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Assertions for a specific being.

Name Description Original Text
Anonymous 198A "Black grim Man" who appeared to Elizabeth Anderson while she was "playing about the door" of her Grandmother's house. Elizabeth saw the "Black grim Man go into the House to her Grandmother," at which time her Grandmother "desired her to take the Gentleman (as she named him) by the Hand," after which Elizabeth would receive a "Bon[n]y Black new Coat," which she did. Following this, the man "immediatly [...] vanished and went away," but returned a month later. At this second appearence of the man, Elizabeth is again told to hold his hand, but she "would not be perswaded to do it," and she quoted the Lord. After this, Elizabeth was not troubled by the black grim man again. THat about Seven years since or thereabouts, the [...] Elizabeth Anderson was with the Deceas'd Iean Fulton, her Grandmother; and playing about the door of the House she saw ane Black grim Man go into the House to her Grand|mother; who abode with her a considerable space, talking with her; and afterward she came to the door, and desired the said Elizabeth Anderson to come in; and upon her incoming, desired her to take the Gentleman (as she named him) by the Hand, and she would give her ane Bony Black new Coat, which accordingly she did; which seemed to her very cold: whereupon she was affraid, and immediatly he vanished and went away. About a Month after her Grandmother and she were both in the House together, when the aforesaid Gentle|man appeared to them, (which the said Elizabeth then suspect|ed to be the Devil) and he and her Grandmother fell a talk|ing together, by rounding in others Ears, but understood not what they said; and afterward her Grandmother desired her to take the Gentleman by the hand, but she refusing, saying, It was the Devil, which her Grandmother denying, said, It was a Gentleman a Friend of hers; and she still insisting and threatning her if she would not take him by the hand, she would get none of her Cloaths, but the said Elizabeth Ander|son would not be perswaded to do it, but saved her self from him, saying, the Lord be between me and him, whereupon her Grandmother said, she need not fear for it was not ill thing, and upon that the Devil went away in a Flight, she knew not how; and declares, for a long time after, she was no more troubled with the said Gentleman. Till one time her Father Alexander Anderson desired her to go with him through the Country to seek their Meat; to which she replyed, she need not go seek her Meat, seeing she might have Work: But her Father pressing her, she went with him, where he took her to ane Muir in Kilmacolme, where were gathered together, before they came, Agnes Nasmith, Margaret Fulton, Iohn Lindsay, called Bishop, Iames Lindsay, called Curat, ane Heigh|land Body, Katherine Campbel, ane Gentlewife called by them Antiochia, Thomas Woodrous's Wife in Carslup, Margaret Lang in Cartinpan, and her Daughter, Martha Semple, John Read Smith, John Stuart and his Wife, Annable Read, Margaret Sherer, Margaret Rodger in Park, Ianet Rodger her Sister, Robert Wal|lace in Kilpatrick, Allason there, Thomas Birkinyers Wife in Stamne-butts, and several others whom she does not know or remember, when the aforesaid Gentleman who appeared to her formerly, came to the said Elizabeth Anderson, bidding her Renounce her Baptism, promising her if she would con|sent thereto, she should be better then she was then, and she would get better Meat and better Cloaths, and she would not need to beg.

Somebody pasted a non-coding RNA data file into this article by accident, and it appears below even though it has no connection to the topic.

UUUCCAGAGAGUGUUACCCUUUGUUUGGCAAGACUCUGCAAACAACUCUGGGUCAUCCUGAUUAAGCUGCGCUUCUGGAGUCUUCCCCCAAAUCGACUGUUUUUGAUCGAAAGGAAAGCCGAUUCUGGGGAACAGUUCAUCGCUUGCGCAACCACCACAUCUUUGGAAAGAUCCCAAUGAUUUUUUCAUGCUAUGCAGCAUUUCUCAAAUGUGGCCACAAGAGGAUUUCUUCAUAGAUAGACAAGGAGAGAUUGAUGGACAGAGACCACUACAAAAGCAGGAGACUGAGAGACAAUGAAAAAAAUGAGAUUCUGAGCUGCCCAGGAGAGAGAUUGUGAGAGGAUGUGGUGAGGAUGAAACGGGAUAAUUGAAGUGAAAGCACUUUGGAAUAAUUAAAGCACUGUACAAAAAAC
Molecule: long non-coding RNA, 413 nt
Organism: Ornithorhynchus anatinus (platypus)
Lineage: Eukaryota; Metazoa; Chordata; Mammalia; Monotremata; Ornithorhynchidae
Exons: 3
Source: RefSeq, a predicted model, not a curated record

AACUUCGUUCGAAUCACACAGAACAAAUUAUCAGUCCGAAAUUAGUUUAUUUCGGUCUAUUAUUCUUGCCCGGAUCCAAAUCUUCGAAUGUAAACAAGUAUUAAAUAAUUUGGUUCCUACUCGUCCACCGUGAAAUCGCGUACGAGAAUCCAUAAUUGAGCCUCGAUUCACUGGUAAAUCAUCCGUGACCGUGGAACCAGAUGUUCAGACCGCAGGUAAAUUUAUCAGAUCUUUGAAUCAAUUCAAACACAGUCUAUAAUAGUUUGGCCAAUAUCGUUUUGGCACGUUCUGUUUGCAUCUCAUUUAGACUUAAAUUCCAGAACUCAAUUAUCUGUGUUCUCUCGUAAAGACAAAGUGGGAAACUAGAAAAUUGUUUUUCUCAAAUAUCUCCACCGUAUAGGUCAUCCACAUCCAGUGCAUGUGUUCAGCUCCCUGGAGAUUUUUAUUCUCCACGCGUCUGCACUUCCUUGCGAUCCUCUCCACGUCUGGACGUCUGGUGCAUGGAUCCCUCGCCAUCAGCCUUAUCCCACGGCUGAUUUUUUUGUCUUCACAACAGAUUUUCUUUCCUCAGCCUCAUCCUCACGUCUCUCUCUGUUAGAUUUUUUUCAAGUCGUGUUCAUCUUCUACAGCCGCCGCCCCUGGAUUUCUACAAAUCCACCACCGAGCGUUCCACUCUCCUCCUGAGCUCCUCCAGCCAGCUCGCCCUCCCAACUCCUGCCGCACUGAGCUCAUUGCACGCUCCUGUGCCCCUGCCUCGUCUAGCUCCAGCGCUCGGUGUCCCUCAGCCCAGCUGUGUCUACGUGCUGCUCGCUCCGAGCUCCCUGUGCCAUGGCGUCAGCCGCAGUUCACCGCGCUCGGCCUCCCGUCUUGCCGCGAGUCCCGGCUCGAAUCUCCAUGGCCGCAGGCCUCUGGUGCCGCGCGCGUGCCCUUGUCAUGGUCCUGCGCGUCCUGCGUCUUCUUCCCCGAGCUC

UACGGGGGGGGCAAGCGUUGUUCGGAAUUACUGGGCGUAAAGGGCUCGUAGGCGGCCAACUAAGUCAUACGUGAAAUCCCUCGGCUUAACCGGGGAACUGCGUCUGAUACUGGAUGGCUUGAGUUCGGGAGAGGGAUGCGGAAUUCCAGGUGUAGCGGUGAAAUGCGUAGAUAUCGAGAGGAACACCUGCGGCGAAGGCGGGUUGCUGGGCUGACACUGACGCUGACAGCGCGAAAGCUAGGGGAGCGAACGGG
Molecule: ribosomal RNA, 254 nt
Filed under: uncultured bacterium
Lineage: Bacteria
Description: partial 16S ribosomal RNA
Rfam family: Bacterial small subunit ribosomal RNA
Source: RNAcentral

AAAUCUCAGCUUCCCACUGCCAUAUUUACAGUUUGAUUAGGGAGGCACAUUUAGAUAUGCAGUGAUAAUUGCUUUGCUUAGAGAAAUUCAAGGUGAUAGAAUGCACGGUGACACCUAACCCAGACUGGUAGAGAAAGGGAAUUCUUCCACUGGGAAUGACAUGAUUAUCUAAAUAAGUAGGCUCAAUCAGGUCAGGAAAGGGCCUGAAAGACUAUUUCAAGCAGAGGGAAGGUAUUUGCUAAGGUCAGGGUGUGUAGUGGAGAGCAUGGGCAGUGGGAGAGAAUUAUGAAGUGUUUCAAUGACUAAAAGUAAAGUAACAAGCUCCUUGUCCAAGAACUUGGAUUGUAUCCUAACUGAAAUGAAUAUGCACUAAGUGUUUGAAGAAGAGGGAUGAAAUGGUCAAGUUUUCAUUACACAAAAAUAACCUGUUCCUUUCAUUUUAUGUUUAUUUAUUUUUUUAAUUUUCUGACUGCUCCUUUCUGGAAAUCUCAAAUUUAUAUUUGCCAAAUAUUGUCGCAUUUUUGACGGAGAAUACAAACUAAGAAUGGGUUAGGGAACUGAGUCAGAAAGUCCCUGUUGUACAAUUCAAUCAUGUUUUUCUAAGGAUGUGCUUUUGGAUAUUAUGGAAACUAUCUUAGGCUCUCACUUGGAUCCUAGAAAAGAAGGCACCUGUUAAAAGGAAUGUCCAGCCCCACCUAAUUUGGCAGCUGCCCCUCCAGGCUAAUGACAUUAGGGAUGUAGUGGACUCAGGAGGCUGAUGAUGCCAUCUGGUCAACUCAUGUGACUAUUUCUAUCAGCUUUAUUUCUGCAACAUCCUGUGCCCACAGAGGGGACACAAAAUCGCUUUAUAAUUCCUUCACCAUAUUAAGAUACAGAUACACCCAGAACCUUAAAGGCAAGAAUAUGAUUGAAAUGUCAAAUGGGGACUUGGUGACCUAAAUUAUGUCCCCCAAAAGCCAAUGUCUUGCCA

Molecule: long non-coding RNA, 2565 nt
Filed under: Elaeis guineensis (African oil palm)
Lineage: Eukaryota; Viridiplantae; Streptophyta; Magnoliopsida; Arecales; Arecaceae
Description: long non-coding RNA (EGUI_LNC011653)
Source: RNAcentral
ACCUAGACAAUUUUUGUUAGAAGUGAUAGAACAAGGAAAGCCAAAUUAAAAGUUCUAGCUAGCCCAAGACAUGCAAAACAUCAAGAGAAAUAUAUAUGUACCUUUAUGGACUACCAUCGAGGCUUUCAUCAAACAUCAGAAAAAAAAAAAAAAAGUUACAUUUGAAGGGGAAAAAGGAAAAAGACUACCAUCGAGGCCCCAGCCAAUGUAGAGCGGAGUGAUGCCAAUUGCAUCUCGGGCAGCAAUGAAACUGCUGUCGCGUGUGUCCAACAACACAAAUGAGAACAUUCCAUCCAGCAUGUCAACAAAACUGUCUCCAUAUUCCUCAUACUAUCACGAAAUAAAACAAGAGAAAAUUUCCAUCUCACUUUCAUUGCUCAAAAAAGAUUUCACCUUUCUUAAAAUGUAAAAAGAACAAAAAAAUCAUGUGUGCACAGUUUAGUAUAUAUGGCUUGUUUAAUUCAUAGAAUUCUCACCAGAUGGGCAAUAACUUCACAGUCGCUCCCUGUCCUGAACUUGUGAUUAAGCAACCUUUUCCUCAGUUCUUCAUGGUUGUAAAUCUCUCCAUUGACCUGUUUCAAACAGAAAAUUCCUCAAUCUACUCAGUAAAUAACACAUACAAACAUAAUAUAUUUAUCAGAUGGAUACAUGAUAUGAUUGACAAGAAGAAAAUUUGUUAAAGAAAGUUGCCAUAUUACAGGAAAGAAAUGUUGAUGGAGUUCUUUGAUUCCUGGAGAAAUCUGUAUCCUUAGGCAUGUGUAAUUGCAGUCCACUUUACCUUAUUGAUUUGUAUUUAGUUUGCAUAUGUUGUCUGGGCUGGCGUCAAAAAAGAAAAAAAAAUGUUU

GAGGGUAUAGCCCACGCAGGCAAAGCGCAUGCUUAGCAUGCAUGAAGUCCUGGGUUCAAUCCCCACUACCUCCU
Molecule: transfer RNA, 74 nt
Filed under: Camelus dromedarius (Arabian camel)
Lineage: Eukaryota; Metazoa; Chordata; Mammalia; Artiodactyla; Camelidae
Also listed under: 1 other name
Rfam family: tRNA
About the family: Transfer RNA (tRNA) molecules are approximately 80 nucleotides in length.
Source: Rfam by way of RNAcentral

Appears in:
P., T.. A Relation of the Diabolical Practices of above Twenty Wizards and Witches of the Sheriffdom of Renfrew in the Kingdom of Scotland. London: 1697, 9-11